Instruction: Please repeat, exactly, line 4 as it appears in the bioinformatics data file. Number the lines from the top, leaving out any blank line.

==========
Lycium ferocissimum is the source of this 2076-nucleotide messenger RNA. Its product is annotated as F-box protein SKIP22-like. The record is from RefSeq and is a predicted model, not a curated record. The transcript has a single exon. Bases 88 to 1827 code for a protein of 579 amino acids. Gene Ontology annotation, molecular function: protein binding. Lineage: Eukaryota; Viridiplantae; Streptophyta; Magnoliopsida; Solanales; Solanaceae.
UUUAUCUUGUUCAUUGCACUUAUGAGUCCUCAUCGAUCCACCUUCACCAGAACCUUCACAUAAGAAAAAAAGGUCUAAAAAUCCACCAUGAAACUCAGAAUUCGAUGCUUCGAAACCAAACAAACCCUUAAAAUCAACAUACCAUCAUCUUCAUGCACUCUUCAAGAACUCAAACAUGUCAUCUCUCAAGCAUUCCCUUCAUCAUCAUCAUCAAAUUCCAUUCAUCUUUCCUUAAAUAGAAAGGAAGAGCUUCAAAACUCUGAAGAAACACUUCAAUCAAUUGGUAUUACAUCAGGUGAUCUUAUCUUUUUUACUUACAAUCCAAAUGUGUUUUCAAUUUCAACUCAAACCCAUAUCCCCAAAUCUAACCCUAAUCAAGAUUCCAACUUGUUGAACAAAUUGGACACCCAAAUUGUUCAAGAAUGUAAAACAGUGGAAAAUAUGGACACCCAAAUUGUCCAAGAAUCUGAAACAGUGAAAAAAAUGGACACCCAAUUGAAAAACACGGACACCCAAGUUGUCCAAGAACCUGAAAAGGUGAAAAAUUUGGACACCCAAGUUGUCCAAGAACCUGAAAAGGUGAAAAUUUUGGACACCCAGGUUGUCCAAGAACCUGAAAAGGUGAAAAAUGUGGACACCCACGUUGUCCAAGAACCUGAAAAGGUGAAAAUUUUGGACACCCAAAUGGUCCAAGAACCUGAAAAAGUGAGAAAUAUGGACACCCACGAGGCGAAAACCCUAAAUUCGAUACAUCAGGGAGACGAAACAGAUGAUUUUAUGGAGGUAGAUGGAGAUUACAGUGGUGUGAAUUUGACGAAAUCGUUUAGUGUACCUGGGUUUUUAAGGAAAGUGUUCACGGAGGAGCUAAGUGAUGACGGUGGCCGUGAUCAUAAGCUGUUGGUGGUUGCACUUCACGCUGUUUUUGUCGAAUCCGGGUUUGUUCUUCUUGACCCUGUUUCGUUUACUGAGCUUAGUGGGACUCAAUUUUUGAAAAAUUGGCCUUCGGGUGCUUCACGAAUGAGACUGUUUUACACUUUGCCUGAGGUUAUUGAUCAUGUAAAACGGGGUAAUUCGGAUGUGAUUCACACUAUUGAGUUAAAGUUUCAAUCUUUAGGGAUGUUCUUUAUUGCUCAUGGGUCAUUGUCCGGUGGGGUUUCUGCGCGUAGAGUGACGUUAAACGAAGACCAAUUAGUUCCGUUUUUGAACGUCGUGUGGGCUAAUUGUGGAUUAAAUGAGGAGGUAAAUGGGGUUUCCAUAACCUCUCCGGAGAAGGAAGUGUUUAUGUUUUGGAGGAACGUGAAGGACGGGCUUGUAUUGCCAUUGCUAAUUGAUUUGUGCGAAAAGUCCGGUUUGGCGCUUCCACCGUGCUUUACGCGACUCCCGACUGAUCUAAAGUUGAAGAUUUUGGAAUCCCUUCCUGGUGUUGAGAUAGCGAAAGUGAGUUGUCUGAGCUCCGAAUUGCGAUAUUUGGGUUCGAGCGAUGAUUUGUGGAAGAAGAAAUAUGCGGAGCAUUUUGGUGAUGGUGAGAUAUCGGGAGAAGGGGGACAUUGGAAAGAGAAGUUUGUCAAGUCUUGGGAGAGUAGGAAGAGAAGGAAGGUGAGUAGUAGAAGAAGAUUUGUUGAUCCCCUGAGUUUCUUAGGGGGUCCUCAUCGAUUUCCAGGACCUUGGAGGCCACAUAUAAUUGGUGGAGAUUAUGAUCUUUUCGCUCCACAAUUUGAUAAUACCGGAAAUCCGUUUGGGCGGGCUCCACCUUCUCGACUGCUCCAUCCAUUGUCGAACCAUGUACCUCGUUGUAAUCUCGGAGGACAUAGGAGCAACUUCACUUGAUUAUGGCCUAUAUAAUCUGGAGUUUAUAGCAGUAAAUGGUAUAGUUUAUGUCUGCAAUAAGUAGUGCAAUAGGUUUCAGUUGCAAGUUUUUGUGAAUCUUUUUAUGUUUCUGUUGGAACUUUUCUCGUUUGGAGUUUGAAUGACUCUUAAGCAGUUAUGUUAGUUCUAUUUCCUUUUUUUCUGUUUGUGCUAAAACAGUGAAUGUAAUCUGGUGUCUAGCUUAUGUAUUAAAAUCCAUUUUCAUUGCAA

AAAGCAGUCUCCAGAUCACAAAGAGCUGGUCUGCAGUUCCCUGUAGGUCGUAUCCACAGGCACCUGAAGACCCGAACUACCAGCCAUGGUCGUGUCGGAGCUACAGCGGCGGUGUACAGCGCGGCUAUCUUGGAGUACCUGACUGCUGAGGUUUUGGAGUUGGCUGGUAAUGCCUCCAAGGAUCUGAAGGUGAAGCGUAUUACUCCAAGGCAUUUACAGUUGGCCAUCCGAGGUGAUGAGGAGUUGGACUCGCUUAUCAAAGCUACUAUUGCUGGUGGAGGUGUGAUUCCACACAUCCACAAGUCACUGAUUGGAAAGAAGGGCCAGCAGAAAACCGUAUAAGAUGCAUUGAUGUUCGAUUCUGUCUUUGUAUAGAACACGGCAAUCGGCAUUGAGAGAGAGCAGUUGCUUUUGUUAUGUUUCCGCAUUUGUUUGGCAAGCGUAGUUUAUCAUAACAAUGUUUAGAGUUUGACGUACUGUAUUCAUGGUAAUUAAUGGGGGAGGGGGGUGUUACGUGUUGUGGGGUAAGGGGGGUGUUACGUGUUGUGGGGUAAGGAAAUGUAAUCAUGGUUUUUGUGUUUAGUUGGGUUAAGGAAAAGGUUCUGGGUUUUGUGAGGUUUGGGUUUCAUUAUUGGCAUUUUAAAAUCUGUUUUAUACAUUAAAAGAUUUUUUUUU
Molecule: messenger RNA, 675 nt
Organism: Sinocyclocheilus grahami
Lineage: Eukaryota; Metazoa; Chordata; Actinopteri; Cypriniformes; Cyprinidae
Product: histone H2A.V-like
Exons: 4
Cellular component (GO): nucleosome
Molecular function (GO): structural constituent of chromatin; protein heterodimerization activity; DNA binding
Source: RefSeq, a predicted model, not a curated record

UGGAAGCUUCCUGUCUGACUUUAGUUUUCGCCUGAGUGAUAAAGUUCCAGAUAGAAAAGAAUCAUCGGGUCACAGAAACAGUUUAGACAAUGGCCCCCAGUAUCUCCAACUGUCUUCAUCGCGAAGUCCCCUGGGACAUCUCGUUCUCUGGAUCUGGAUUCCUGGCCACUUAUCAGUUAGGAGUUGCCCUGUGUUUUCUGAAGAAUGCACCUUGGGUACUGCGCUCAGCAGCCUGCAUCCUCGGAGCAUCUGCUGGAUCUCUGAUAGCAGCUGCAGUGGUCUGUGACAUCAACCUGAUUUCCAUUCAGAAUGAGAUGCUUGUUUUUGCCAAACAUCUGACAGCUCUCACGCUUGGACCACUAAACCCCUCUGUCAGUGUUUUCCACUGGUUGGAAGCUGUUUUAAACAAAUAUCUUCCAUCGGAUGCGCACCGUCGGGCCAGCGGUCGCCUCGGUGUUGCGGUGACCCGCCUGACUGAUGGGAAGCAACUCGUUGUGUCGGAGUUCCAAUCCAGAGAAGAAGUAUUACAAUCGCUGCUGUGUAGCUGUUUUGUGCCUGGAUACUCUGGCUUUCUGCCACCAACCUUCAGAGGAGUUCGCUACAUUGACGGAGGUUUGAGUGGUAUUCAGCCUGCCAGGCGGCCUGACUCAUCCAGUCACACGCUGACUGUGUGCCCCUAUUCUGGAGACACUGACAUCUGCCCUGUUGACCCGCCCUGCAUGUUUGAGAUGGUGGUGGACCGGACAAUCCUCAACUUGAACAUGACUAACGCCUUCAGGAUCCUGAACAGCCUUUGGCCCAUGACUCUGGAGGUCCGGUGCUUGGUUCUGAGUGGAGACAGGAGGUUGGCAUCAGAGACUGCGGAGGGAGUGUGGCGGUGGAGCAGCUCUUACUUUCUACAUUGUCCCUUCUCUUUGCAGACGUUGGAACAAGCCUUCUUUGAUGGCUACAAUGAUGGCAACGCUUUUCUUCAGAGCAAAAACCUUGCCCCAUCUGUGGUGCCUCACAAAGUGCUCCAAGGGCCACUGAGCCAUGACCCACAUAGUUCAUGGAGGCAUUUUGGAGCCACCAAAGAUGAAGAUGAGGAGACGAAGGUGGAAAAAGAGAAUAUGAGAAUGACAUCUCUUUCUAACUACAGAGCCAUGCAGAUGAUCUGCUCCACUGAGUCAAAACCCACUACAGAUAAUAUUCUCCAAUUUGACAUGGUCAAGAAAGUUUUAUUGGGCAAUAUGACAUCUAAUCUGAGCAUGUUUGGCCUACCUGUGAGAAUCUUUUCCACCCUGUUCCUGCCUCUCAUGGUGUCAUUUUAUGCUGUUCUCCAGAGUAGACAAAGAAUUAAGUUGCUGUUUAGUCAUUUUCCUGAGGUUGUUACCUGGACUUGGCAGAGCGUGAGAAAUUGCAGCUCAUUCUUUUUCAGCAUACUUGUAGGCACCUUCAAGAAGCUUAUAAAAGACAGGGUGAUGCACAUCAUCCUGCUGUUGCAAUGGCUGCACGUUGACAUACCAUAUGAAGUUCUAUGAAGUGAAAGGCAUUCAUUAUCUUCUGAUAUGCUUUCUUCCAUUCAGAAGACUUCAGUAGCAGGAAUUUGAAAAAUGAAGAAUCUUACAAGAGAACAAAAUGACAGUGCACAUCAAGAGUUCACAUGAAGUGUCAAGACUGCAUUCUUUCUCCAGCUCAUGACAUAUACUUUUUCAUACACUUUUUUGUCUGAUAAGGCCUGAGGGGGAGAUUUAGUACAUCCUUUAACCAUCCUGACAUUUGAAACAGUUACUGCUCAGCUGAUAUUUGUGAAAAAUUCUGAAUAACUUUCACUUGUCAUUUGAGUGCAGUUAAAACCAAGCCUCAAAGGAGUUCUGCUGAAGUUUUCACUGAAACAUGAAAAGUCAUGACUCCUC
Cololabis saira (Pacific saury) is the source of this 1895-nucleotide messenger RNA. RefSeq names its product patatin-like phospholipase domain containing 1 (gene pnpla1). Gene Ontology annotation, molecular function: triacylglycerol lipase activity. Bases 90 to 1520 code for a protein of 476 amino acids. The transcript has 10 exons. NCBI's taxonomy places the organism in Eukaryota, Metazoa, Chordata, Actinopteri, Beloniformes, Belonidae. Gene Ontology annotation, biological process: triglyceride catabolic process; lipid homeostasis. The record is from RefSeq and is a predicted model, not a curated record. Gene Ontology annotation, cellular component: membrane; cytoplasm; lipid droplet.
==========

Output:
Molecule: messenger RNA, 675 nt